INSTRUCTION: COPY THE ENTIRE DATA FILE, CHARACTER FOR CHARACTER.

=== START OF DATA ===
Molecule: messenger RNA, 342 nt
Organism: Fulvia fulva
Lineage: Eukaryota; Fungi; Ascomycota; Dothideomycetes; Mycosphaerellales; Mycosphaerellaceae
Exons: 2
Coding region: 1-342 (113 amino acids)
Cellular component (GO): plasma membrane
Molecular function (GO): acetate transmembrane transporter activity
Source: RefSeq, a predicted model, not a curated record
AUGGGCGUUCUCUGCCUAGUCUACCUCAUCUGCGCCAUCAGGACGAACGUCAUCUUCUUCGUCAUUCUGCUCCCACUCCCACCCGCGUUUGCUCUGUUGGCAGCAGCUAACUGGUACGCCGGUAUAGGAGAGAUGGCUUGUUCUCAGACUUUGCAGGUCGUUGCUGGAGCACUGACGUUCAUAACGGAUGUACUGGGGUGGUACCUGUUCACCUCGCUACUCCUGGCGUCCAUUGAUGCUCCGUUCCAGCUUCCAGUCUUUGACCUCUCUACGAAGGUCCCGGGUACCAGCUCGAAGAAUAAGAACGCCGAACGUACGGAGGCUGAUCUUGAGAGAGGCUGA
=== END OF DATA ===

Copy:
Molecule: messenger RNA, 342 nt
Organism: Fulvia fulva
Lineage: Eukaryota; Fungi; Ascomycota; Dothideomycetes; Mycosphaerellales; Mycosphaerellaceae
Exons: 2
Coding region: 1-342 (113 amino acids)
Cellular component (GO): plasma membrane
Molecular function (GO): acetate transmembrane transporter activity
Source: RefSeq, a predicted model, not a curated record
AUGGGCGUUCUCUGCCUAGUCUACCUCAUCUGCGCCAUCAGGACGAACGUCAUCUUCUUCGUCAUUCUGCUCCCACUCCCACCCGCGUUUGCUCUGUUGGCAGCAGCUAACUGGUACGCCGGUAUAGGAGAGAUGGCUUGUUCUCAGACUUUGCAGGUCGUUGCUGGAGCACUGACGUUCAUAACGGAUGUACUGGGGUGGUACCUGUUCACCUCGCUACUCCUGGCGUCCAUUGAUGCUCCGUUCCAGCUUCCAGUCUUUGACCUCUCUACGAAGGUCCCGGGUACCAGCUCGAAGAAUAAGAACGCCGAACGUACGGAGGCUGAUCUUGAGAGAGGCUGA